To some extent there are aspects of incommensurability here. The right to blaspheme is relatively new in the history of the world, and especially in a multicultural world. Many Muslims who don’t understand how one could insult their religion often get confused when it’s pointed to them that their own religion is based in large part on invective against other faiths (e.g., ‘idolaters’). One person’s insult is another person’s fact. This rational critical position “outside” of society is abnormal in human psychology, which is embedded in all sorts of cultural and social presuppositions.

But in any case, with all that in mind, I was curious about attitudes toward speech in the GSS. There are a series of questions which exhibit the form:

If such a person wanted to make a speech in your community preaching hatred of the United States, should he be allowed to speak, or not?

In this case, a Muslim cleric who preaches hatred of the United States. Other questions refer to racists, atheists, militarists, homosexuals, and communists. Basically, these questions get at whether respondents would tolerate public expression of views which they might personally find objectionable. Look at the trend line over the years it is generally heartening:

speech_htm_8ee3688

The question about Muslim clerics only began to be asked in 2008, so I didn’t put it above. But, I was curious about how it related to a question about whether to let a racist speak in your community. Below are some demographic cross-tabs:

Demographic Allow Muslim cleric to speak Allow racist to speak
Extremely liberal 62 66
Liberal 52 64
Slightly liberal 49 58
Moderate 39 57
Slightly conservative 44 61
Conservative 40 61
Extremely conservative 34 60
Strong Democrat 42 57
Democrat 38 56
Lean Democrat 50 57
Independent 37 56
Lean Republican 46 66
Republican 41 62
Strong Republican 40 62
No HS diploma 18 41
HS diploma 37 56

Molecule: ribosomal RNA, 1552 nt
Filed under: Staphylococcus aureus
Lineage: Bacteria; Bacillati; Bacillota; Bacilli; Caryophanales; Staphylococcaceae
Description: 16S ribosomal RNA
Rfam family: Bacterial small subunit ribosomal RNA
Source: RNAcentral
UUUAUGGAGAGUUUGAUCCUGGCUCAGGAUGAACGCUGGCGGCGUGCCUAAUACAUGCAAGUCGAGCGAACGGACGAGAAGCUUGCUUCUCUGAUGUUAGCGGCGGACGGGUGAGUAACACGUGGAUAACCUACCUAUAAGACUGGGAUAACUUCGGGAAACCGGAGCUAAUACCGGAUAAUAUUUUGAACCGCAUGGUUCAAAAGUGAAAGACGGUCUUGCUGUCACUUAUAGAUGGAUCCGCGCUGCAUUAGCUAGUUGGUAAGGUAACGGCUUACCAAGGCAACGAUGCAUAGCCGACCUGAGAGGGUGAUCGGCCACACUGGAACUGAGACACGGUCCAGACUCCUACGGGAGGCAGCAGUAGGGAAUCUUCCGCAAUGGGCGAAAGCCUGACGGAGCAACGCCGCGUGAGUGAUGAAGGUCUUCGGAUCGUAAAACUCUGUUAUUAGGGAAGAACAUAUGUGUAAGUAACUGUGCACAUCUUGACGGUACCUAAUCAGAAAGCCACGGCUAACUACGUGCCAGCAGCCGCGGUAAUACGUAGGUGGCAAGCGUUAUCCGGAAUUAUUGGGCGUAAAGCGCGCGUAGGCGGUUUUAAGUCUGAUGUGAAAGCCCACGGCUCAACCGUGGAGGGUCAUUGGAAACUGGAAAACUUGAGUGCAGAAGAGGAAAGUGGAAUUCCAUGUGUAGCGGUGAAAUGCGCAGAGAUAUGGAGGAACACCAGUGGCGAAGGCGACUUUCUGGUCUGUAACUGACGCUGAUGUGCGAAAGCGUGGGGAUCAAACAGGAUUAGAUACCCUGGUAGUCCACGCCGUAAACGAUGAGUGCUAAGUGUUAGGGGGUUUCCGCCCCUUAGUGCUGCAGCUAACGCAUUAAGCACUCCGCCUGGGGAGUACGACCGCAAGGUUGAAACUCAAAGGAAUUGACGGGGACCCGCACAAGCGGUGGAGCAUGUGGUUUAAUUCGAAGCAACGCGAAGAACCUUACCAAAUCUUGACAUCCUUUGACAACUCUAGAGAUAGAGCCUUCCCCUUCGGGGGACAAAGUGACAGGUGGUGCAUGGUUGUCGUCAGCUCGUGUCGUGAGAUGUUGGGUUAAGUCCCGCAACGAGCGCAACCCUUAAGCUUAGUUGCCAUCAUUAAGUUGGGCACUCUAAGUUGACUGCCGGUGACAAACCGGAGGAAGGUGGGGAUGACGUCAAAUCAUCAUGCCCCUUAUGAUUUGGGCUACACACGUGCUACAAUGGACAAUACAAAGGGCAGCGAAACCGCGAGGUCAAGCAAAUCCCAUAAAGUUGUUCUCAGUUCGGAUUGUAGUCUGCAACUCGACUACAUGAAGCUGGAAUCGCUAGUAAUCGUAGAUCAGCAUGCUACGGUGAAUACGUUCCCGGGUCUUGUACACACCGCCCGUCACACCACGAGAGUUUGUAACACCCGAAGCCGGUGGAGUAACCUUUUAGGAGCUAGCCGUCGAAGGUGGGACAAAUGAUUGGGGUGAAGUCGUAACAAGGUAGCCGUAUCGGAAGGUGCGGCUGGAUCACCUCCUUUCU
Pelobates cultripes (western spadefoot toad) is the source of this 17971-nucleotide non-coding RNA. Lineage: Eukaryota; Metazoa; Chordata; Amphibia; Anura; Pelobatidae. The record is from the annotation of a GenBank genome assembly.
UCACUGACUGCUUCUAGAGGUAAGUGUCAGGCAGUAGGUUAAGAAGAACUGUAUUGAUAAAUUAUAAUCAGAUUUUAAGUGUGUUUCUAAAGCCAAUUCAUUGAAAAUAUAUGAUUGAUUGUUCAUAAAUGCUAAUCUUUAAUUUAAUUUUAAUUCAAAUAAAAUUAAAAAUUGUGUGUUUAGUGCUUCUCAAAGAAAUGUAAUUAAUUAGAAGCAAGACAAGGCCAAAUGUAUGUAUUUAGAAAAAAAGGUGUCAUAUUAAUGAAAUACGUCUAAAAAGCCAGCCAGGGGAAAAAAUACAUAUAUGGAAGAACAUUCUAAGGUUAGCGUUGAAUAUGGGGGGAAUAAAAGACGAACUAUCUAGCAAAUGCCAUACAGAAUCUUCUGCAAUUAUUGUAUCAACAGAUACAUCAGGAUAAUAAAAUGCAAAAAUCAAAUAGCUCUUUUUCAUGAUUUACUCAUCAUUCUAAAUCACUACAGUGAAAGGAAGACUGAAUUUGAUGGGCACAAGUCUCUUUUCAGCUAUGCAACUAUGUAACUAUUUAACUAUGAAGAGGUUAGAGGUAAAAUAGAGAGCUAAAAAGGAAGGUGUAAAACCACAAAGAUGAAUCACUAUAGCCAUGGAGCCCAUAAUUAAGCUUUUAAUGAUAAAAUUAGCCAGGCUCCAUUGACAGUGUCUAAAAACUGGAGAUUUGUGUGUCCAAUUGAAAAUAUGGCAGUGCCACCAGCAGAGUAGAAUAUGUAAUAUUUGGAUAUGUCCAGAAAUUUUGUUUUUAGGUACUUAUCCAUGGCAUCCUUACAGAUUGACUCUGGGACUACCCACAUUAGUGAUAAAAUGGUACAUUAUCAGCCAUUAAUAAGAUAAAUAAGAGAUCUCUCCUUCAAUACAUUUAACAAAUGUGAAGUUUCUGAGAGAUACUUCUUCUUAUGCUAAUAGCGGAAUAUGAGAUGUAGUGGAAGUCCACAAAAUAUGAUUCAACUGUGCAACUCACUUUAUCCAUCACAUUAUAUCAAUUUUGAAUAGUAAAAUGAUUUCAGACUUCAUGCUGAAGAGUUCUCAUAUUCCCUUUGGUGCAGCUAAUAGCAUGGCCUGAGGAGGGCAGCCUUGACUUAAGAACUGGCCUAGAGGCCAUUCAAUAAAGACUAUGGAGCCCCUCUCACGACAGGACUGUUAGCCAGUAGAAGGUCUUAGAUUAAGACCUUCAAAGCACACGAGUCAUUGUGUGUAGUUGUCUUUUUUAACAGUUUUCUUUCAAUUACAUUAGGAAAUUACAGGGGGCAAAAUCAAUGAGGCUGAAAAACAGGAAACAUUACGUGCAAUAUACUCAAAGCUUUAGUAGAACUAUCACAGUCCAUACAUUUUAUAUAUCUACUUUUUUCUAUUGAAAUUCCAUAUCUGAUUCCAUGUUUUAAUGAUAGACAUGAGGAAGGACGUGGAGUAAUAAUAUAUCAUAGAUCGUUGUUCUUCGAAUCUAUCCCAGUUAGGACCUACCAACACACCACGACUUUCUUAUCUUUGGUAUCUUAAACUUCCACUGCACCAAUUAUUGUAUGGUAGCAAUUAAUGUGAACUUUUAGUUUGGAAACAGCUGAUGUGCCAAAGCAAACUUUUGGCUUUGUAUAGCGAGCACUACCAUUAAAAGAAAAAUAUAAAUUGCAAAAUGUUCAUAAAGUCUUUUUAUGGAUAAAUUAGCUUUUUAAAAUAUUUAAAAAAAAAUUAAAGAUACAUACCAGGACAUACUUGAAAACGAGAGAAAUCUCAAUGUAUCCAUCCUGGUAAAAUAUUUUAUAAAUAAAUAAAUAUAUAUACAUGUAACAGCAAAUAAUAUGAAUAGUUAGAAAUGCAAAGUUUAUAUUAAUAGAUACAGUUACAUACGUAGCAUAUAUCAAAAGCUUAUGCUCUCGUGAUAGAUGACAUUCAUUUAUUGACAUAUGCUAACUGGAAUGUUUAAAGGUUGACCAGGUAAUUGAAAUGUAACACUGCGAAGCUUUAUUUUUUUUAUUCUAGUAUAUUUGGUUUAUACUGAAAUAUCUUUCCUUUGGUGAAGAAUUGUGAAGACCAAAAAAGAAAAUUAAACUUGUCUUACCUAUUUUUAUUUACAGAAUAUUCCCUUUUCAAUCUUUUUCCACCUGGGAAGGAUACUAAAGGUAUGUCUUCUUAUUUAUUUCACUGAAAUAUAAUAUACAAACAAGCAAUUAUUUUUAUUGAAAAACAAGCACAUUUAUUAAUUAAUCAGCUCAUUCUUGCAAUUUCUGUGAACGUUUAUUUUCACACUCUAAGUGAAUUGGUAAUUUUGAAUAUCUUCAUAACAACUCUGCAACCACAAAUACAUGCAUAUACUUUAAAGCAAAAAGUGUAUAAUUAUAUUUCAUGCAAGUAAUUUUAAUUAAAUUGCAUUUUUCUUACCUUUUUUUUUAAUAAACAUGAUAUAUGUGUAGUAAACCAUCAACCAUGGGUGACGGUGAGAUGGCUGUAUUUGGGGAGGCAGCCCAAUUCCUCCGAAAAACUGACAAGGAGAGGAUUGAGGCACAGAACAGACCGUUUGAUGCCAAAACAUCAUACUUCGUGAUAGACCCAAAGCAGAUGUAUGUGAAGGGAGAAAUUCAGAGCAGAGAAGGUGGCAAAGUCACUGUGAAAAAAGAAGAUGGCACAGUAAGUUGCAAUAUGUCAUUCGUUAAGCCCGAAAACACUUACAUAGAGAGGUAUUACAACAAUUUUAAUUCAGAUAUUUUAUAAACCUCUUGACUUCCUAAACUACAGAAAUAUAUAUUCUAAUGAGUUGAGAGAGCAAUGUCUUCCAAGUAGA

Junior college 45 61
Bachelor 60 72
Graduate 65 74
Wordsum 0 11 31
Wordsum 1 20 43
Wordsum 2 19 37
Wordsum 3 23 49
Wordsum 4 28 56
Wordsum 5 31 54
Wordsum 6 39 54
Wordsum 7 48 62
Wordsum 8 60 70
Wordsum 9 68 81
Wordsum 10 85 88

correlation

Click to enlarge

In case you are curious the correlation between the two trends across these demographics is 0.95. To the left is a scatter plot which shows the pattern (click to enlarge). I was pretty shocked how nearly monotonic the tendency for the more intelligent (Wordsum is the score on a 0 to 10 vocab test which has a 0.71 correlation with general intelligence) to be more supportive of free speech is. Note that extreme liberals are more supportive of free speech even for racists than conservatives, though there isn’t much social difference at this point (I’m not surprised by the lack of partisan differences, which are much less segregated by social values than ideological identification).

Next I wanted to relate how the two attitudes toward speech related. Below you see the first two set of cross-tabs with marginals on the rows and columns. So the first set shows what percentage of those who would allow a Muslim cleric to speak would also allow a racist to speak. The second set shows what percentage of those who would allow a racist to speak would also allow a Muslim cleric to speak. In both cases the top left and bottom right are the “consistent” positions. Finally, I decided to look at attitudes by demographic again, this time broken down by both positions on speech with the marginals for the column. That means that every row shows the percentage of those who would allow a racist to speak who would also allow a Muslim cleric to speak, and those who wouldn’t allow a racist to speak who would also allow a Muslim cleric to speak.

Allow racist Don’t allow racist Total
Allow Muslim cleric 88 12 100
Don’t allow Muslim cleric 38 62 100
Allow racist Don’t allow racist
Allow Muslim cleric 63 13
Don’t allow Muslim cleric 37 87
Total 100 100
Allow racist Don’t allow racist
Allow Muslim cleric to speak Extremely liberal 81 27
Liberal 71 17
Slightly liberal 70 21
Moderate 60 12
Slightly conservative 63 15
Conservative 61 8
Extremely conservative 53 3
Wordsum 0-4 40 10
Wordsum 5 48 13
Wordsum 6 63 9
Wordsum 7 70 12
Wordsum 8 79 17
Wordsum 9 77 27
Wordsum 10 92 32